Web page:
The next time we find Leonard Destin in the U.S. Customs House records in New Orleans was in 1845. He is now one of the five owners of the Nelson, a 36-foot sloop rig, built in New London, Connecticut in 1829. The homeport of the sloop Nelson was New Orleans, Louisiana, and Leonard listed his residence as Mobile, Alabama. He had been gone from his family home in New London, Connecticut, for nearly 10 years at this point.
The third and final time we find documentation of Leonard Destin was in 1851. His vessel was now the Alabama, a 36-foot sloop rig, newly built in Santa Rosa County. He is not only the master but also three-quarters owner of the sloop Alabama. The other owner is Stephan Rhodes, and both owners are from Lake Pontchartrain, Orleans Parrish.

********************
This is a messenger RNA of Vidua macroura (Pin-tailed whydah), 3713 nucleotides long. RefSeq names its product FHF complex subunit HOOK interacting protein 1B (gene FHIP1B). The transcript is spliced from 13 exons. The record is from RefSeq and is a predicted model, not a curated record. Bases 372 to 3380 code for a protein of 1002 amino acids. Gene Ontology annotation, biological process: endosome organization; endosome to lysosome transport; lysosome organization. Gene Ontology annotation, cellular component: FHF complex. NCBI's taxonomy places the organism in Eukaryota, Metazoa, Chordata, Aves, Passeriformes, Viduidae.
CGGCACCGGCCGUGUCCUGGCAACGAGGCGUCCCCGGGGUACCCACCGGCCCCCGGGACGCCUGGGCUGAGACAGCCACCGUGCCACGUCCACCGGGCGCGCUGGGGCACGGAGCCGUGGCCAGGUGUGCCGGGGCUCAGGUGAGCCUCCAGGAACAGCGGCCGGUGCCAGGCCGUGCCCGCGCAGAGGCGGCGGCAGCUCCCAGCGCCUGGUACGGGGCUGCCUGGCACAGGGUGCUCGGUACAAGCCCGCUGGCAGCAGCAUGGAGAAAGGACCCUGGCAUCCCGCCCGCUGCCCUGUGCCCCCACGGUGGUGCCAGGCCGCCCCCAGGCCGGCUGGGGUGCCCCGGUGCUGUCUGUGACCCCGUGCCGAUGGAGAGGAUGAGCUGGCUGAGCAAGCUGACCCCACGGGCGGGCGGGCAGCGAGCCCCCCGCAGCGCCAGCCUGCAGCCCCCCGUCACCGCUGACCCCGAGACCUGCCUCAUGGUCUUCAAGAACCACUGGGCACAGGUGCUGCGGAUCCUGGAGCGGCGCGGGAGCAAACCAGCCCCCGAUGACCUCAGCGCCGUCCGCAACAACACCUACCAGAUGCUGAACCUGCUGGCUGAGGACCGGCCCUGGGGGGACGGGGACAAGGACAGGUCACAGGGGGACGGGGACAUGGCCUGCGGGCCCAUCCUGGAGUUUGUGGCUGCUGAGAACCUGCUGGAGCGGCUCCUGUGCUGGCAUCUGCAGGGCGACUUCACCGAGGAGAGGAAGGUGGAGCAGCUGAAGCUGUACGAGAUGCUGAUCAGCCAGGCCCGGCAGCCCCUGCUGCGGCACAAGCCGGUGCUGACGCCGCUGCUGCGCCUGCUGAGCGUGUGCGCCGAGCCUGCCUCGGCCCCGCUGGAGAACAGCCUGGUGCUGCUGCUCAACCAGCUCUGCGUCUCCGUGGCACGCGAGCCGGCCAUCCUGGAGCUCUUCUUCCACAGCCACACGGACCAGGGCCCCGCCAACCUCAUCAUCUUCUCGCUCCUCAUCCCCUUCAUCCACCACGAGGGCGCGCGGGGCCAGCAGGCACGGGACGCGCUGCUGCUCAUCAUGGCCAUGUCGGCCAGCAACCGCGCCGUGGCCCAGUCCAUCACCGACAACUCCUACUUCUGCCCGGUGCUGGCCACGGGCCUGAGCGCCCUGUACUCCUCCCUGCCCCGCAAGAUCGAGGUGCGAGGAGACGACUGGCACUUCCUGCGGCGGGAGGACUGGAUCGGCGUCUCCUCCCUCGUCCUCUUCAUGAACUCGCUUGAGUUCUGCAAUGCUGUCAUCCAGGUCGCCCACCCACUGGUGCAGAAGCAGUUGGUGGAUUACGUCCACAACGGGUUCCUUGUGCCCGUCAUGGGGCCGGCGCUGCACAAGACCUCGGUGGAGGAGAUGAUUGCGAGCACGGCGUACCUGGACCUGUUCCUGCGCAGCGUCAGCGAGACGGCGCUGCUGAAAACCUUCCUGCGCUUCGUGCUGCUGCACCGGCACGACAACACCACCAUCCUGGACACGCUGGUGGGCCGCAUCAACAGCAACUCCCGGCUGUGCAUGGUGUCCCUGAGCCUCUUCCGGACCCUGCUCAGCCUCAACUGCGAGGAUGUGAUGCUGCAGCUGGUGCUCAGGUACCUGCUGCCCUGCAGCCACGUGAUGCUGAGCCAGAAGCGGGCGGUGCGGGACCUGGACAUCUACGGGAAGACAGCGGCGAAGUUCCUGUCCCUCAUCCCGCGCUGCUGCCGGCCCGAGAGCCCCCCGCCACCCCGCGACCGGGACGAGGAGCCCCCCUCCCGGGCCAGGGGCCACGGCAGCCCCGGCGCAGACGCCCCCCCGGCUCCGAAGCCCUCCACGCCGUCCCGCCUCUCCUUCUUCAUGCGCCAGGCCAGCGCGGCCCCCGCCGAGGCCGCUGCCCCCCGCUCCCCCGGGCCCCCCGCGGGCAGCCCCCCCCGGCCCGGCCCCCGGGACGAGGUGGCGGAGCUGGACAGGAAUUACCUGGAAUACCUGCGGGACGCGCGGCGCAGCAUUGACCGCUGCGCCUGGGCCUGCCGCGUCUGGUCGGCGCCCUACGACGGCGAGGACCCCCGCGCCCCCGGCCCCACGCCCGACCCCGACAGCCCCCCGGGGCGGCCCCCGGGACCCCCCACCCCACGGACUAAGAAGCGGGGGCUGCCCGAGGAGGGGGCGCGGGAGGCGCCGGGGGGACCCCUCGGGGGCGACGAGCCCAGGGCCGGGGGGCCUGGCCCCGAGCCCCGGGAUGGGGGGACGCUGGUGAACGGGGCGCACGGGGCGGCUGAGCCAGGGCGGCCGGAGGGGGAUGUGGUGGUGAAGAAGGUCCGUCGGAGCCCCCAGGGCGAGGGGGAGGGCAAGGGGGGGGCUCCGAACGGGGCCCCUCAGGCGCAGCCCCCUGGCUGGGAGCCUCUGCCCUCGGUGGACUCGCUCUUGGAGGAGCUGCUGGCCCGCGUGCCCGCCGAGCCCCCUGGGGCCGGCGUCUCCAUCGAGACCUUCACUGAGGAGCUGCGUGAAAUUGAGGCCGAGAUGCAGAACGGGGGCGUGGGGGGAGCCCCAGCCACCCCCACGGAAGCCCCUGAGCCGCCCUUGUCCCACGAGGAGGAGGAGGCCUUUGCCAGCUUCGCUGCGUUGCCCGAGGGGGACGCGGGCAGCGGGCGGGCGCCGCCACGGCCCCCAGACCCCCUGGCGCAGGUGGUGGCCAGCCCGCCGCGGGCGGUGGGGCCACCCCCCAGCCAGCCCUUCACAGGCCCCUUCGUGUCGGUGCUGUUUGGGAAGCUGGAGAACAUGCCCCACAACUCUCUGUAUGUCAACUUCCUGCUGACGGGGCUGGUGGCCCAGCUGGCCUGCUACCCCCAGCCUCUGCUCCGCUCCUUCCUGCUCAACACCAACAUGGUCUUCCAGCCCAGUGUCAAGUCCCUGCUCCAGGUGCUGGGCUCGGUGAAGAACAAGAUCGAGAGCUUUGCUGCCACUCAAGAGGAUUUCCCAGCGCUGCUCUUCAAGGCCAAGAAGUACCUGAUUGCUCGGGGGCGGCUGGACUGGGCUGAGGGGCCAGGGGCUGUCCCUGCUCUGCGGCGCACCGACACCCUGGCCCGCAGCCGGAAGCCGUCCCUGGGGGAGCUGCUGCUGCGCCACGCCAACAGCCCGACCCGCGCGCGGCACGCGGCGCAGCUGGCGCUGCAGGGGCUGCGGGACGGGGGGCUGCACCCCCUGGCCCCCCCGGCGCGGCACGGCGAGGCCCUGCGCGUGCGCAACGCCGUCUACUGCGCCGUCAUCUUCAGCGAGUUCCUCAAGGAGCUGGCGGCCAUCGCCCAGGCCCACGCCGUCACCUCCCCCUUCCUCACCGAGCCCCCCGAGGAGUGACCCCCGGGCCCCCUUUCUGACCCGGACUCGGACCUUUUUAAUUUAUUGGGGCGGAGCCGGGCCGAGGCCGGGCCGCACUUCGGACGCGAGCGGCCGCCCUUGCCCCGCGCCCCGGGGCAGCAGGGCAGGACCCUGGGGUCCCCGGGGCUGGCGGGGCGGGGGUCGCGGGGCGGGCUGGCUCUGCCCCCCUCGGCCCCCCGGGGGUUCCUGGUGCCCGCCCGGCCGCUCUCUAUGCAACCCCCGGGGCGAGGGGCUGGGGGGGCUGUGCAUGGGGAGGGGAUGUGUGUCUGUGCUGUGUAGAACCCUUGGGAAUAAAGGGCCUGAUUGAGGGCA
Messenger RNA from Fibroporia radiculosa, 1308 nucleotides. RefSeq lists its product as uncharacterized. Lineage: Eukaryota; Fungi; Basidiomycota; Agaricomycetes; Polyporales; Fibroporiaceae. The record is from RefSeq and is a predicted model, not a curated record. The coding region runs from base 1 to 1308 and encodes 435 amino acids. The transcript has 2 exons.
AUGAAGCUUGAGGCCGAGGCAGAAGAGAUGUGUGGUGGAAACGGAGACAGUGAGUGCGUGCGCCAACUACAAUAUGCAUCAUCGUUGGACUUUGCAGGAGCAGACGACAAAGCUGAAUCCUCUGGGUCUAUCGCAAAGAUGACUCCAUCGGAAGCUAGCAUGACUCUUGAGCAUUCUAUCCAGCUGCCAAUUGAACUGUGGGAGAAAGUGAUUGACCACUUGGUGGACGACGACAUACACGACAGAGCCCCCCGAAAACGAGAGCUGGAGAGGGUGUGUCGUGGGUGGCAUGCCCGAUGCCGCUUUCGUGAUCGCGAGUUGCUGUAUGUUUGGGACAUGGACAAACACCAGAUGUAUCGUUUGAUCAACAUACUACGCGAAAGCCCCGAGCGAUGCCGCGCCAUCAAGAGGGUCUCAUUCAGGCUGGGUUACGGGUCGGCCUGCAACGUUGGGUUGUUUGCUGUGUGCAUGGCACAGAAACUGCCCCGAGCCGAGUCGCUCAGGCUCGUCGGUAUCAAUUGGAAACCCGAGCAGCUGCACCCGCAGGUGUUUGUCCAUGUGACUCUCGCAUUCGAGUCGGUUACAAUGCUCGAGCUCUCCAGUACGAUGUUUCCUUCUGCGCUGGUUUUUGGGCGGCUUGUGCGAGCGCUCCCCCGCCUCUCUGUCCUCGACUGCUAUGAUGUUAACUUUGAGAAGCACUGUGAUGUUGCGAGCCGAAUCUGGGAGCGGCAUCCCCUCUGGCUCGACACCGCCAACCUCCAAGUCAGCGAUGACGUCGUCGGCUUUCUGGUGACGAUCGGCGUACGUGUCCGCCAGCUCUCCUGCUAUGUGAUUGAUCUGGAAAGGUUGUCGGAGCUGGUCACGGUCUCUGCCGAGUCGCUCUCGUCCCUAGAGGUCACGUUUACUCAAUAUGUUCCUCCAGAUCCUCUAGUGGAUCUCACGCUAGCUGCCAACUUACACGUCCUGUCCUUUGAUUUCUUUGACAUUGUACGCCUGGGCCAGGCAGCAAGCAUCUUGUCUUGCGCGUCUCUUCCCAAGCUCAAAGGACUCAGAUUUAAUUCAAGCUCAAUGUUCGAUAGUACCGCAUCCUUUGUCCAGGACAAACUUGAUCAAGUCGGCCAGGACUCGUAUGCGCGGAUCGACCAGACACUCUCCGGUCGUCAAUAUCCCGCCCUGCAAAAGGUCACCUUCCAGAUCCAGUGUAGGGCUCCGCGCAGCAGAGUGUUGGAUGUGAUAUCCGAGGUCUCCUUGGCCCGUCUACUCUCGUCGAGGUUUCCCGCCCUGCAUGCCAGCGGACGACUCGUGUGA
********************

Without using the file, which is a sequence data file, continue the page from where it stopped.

It wasn’t until 1852 that Leonard Destin permanently settled at Moreno Point. He began calling his home East Pass after the pass that took his sloop to the Gulf of Mexico. The fishing here was some of the best he had ever seen along the coast of the Gulf of Mexico. Today we know the village he named East Pass as Destin, named after Leonard Destin who founded Destin, which is also known as the “World’s Luckiest Fishing Village.”
H. C. “Hank” Klein is a Destin historian, author, and speaker on local history. He visits often and lives in North Little Rock, Arkansas with his wife (the former Muriel Marler of Destin). Klein recently published two Destin history books - DESTIN’S Founding Father…The Untold Story of Leonard Destin and DESTIN Pioneer Settlers...A Land History of Destin, Florida from 1819-1940. Both can be obtained from Amazon.com, The Destin History & Fishing Museum in Destin, Henderson Beach Resort in Destin, The Indian Temple Mound in Fort Walton Beach, and Sundog Books in Seaside. Klein can be contacted directly at firstname.lastname@example.org.